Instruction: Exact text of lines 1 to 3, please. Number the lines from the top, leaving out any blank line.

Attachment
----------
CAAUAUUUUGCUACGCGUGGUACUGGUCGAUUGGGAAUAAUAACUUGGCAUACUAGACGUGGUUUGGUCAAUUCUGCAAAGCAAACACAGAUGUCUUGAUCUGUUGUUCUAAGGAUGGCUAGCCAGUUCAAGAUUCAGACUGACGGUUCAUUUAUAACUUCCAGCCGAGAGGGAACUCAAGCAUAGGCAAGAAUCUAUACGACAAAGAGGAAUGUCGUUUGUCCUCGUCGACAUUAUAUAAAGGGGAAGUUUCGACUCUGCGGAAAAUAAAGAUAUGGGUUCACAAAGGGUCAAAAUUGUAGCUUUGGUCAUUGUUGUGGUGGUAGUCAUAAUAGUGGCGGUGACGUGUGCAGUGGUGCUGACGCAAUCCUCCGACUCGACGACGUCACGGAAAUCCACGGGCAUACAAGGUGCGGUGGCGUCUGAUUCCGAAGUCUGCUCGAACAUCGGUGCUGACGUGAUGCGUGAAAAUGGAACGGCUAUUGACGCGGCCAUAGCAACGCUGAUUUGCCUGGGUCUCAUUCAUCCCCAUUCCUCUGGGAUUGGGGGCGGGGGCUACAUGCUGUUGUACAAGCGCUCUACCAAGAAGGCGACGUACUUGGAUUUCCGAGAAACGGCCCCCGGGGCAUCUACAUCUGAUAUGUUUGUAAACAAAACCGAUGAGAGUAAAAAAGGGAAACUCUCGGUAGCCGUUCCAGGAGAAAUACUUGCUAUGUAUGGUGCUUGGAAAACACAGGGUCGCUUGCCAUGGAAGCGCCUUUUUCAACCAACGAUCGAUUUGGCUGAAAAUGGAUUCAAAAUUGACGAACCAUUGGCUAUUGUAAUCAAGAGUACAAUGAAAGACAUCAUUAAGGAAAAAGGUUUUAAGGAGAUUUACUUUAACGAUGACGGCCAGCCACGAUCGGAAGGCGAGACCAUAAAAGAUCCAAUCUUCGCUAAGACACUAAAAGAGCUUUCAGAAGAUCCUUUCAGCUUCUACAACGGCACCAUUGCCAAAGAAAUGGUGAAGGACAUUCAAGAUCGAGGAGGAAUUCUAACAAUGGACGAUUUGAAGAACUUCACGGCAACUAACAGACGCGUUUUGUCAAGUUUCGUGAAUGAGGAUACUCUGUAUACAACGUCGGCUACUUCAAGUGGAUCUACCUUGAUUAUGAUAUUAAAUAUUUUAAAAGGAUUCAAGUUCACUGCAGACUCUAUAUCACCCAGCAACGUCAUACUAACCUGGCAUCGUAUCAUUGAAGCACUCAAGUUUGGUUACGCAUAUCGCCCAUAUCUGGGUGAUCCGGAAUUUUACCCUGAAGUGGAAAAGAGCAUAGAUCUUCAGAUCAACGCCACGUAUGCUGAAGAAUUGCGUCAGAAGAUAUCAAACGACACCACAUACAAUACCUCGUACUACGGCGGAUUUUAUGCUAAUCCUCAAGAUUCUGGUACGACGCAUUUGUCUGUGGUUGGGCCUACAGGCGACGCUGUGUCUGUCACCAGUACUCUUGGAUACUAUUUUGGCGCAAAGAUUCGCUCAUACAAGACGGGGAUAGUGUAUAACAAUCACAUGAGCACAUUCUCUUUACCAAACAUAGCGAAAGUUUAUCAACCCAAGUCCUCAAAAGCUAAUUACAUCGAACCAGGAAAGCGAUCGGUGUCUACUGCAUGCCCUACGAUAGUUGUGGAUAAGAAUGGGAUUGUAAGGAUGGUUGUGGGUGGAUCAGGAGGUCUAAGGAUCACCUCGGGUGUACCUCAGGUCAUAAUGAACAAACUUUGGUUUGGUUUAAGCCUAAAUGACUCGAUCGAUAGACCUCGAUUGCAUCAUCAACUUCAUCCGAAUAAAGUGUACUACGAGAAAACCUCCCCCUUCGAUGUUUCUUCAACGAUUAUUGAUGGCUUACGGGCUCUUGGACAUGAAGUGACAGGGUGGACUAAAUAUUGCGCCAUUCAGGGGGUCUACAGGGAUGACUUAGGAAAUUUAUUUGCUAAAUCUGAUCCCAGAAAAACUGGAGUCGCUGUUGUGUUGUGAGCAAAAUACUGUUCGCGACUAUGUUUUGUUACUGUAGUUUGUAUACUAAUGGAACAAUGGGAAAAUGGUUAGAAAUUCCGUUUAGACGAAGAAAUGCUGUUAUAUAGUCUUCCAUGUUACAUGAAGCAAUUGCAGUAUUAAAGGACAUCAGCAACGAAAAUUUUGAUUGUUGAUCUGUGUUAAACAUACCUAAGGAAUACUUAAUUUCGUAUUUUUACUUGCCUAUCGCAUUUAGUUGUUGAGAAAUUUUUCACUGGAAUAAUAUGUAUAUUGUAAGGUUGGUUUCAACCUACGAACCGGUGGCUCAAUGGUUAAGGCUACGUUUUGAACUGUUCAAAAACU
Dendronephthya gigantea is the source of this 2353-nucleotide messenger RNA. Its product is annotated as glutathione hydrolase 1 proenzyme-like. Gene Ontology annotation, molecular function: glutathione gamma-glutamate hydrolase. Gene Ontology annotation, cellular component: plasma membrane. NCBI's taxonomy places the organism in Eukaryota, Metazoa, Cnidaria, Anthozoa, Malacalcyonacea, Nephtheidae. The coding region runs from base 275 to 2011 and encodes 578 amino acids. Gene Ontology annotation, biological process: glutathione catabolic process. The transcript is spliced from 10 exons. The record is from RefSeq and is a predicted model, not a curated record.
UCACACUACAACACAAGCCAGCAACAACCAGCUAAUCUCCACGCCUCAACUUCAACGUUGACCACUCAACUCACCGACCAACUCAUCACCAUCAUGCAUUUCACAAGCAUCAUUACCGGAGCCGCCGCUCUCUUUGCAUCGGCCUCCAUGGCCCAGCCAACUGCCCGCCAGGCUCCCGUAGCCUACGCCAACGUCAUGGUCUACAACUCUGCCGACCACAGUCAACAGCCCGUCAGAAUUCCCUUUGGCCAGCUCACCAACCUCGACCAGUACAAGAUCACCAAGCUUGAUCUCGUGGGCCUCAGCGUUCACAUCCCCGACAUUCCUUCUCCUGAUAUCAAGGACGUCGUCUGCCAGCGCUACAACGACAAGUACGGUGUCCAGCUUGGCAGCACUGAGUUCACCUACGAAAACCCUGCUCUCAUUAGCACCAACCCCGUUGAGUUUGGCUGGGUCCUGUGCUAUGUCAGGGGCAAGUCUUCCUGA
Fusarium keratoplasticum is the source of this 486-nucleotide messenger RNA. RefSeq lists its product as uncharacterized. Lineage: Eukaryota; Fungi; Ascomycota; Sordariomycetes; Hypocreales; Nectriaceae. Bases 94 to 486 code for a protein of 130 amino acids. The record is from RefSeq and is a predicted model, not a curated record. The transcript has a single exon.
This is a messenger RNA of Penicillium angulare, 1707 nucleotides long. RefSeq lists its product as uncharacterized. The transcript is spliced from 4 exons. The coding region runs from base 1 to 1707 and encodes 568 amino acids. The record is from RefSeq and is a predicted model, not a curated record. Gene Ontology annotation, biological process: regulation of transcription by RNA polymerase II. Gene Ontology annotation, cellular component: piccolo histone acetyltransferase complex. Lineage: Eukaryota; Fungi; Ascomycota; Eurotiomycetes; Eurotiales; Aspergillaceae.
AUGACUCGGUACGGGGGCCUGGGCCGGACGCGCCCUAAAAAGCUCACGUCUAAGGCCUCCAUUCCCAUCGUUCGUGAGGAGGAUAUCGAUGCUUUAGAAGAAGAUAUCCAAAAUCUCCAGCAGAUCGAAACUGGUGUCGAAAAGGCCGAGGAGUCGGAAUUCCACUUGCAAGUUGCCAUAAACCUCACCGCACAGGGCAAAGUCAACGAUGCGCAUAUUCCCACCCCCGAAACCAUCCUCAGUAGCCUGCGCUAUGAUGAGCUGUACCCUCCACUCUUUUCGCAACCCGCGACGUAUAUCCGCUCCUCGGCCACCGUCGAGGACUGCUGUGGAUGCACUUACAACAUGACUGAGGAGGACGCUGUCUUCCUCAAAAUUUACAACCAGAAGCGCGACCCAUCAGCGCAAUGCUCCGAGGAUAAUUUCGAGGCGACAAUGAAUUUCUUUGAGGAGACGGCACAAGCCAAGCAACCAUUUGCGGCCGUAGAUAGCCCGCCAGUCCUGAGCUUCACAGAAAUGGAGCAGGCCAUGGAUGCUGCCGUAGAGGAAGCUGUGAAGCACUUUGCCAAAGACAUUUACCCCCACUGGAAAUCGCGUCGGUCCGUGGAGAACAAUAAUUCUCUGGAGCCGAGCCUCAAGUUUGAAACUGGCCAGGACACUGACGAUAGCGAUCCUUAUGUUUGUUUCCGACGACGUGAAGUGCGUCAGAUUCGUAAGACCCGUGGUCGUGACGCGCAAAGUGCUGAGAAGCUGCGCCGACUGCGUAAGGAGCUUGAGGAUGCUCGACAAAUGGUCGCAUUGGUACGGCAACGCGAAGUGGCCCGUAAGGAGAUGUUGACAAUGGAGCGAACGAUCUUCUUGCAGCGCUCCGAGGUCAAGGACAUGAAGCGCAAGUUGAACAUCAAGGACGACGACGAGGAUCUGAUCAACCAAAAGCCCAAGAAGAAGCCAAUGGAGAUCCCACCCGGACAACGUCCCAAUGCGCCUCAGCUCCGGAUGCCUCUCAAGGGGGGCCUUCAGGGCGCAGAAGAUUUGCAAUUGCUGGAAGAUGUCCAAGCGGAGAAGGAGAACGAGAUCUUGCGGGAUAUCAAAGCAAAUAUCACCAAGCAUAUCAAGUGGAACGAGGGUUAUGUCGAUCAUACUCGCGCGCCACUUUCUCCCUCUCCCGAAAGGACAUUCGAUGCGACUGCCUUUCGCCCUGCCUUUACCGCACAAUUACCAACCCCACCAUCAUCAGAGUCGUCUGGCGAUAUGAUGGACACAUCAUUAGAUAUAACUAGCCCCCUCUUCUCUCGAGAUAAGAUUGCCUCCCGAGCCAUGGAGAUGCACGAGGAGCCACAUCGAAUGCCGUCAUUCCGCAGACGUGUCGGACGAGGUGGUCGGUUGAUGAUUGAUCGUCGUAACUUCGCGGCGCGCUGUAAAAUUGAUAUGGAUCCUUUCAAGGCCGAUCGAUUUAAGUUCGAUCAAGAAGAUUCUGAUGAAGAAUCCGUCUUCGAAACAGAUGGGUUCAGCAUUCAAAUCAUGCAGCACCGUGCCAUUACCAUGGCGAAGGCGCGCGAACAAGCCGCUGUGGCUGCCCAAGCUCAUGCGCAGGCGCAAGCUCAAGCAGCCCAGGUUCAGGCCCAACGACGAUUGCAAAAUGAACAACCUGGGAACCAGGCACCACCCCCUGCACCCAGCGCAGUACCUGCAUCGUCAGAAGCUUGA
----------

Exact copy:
CAAUAUUUUGCUACGCGUGGUACUGGUCGAUUGGGAAUAAUAACUUGGCAUACUAGACGUGGUUUGGUCAAUUCUGCAAAGCAAACACAGAUGUCUUGAUCUGUUGUUCUAAGGAUGGCUAGCCAGUUCAAGAUUCAGACUGACGGUUCAUUUAUAACUUCCAGCCGAGAGGGAACUCAAGCAUAGGCAAGAAUCUAUACGACAAAGAGGAAUGUCGUUUGUCCUCGUCGACAUUAUAUAAAGGGGAAGUUUCGACUCUGCGGAAAAUAAAGAUAUGGGUUCACAAAGGGUCAAAAUUGUAGCUUUGGUCAUUGUUGUGGUGGUAGUCAUAAUAGUGGCGGUGACGUGUGCAGUGGUGCUGACGCAAUCCUCCGACUCGACGACGUCACGGAAAUCCACGGGCAUACAAGGUGCGGUGGCGUCUGAUUCCGAAGUCUGCUCGAACAUCGGUGCUGACGUGAUGCGUGAAAAUGGAACGGCUAUUGACGCGGCCAUAGCAACGCUGAUUUGCCUGGGUCUCAUUCAUCCCCAUUCCUCUGGGAUUGGGGGCGGGGGCUACAUGCUGUUGUACAAGCGCUCUACCAAGAAGGCGACGUACUUGGAUUUCCGAGAAACGGCCCCCGGGGCAUCUACAUCUGAUAUGUUUGUAAACAAAACCGAUGAGAGUAAAAAAGGGAAACUCUCGGUAGCCGUUCCAGGAGAAAUACUUGCUAUGUAUGGUGCUUGGAAAACACAGGGUCGCUUGCCAUGGAAGCGCCUUUUUCAACCAACGAUCGAUUUGGCUGAAAAUGGAUUCAAAAUUGACGAACCAUUGGCUAUUGUAAUCAAGAGUACAAUGAAAGACAUCAUUAAGGAAAAAGGUUUUAAGGAGAUUUACUUUAACGAUGACGGCCAGCCACGAUCGGAAGGCGAGACCAUAAAAGAUCCAAUCUUCGCUAAGACACUAAAAGAGCUUUCAGAAGAUCCUUUCAGCUUCUACAACGGCACCAUUGCCAAAGAAAUGGUGAAGGACAUUCAAGAUCGAGGAGGAAUUCUAACAAUGGACGAUUUGAAGAACUUCACGGCAACUAACAGACGCGUUUUGUCAAGUUUCGUGAAUGAGGAUACUCUGUAUACAACGUCGGCUACUUCAAGUGGAUCUACCUUGAUUAUGAUAUUAAAUAUUUUAAAAGGAUUCAAGUUCACUGCAGACUCUAUAUCACCCAGCAACGUCAUACUAACCUGGCAUCGUAUCAUUGAAGCACUCAAGUUUGGUUACGCAUAUCGCCCAUAUCUGGGUGAUCCGGAAUUUUACCCUGAAGUGGAAAAGAGCAUAGAUCUUCAGAUCAACGCCACGUAUGCUGAAGAAUUGCGUCAGAAGAUAUCAAACGACACCACAUACAAUACCUCGUACUACGGCGGAUUUUAUGCUAAUCCUCAAGAUUCUGGUACGACGCAUUUGUCUGUGGUUGGGCCUACAGGCGACGCUGUGUCUGUCACCAGUACUCUUGGAUACUAUUUUGGCGCAAAGAUUCGCUCAUACAAGACGGGGAUAGUGUAUAACAAUCACAUGAGCACAUUCUCUUUACCAAACAUAGCGAAAGUUUAUCAACCCAAGUCCUCAAAAGCUAAUUACAUCGAACCAGGAAAGCGAUCGGUGUCUACUGCAUGCCCUACGAUAGUUGUGGAUAAGAAUGGGAUUGUAAGGAUGGUUGUGGGUGGAUCAGGAGGUCUAAGGAUCACCUCGGGUGUACCUCAGGUCAUAAUGAACAAACUUUGGUUUGGUUUAAGCCUAAAUGACUCGAUCGAUAGACCUCGAUUGCAUCAUCAACUUCAUCCGAAUAAAGUGUACUACGAGAAAACCUCCCCCUUCGAUGUUUCUUCAACGAUUAUUGAUGGCUUACGGGCUCUUGGACAUGAAGUGACAGGGUGGACUAAAUAUUGCGCCAUUCAGGGGGUCUACAGGGAUGACUUAGGAAAUUUAUUUGCUAAAUCUGAUCCCAGAAAAACUGGAGUCGCUGUUGUGUUGUGAGCAAAAUACUGUUCGCGACUAUGUUUUGUUACUGUAGUUUGUAUACUAAUGGAACAAUGGGAAAAUGGUUAGAAAUUCCGUUUAGACGAAGAAAUGCUGUUAUAUAGUCUUCCAUGUUACAUGAAGCAAUUGCAGUAUUAAAGGACAUCAGCAACGAAAAUUUUGAUUGUUGAUCUGUGUUAAACAUACCUAAGGAAUACUUAAUUUCGUAUUUUUACUUGCCUAUCGCAUUUAGUUGUUGAGAAAUUUUUCACUGGAAUAAUAUGUAUAUUGUAAGGUUGGUUUCAACCUACGAACCGGUGGCUCAAUGGUUAAGGCUACGUUUUGAACUGUUCAAAAACU
Dendronephthya gigantea is the source of this 2353-nucleotide messenger RNA. Its product is annotated as glutathione hydrolase 1 proenzyme-like. Gene Ontology annotation, molecular function: glutathione gamma-glutamate hydrolase. Gene Ontology annotation, cellular component: plasma membrane. NCBI's taxonomy places the organism in Eukaryota, Metazoa, Cnidaria, Anthozoa, Malacalcyonacea, Nephtheidae. The coding region runs from base 275 to 2011 and encodes 578 amino acids. Gene Ontology annotation, biological process: glutathione catabolic process. The transcript is spliced from 10 exons. The record is from RefSeq and is a predicted model, not a curated record.
UCACACUACAACACAAGCCAGCAACAACCAGCUAAUCUCCACGCCUCAACUUCAACGUUGACCACUCAACUCACCGACCAACUCAUCACCAUCAUGCAUUUCACAAGCAUCAUUACCGGAGCCGCCGCUCUCUUUGCAUCGGCCUCCAUGGCCCAGCCAACUGCCCGCCAGGCUCCCGUAGCCUACGCCAACGUCAUGGUCUACAACUCUGCCGACCACAGUCAACAGCCCGUCAGAAUUCCCUUUGGCCAGCUCACCAACCUCGACCAGUACAAGAUCACCAAGCUUGAUCUCGUGGGCCUCAGCGUUCACAUCCCCGACAUUCCUUCUCCUGAUAUCAAGGACGUCGUCUGCCAGCGCUACAACGACAAGUACGGUGUCCAGCUUGGCAGCACUGAGUUCACCUACGAAAACCCUGCUCUCAUUAGCACCAACCCCGUUGAGUUUGGCUGGGUCCUGUGCUAUGUCAGGGGCAAGUCUUCCUGA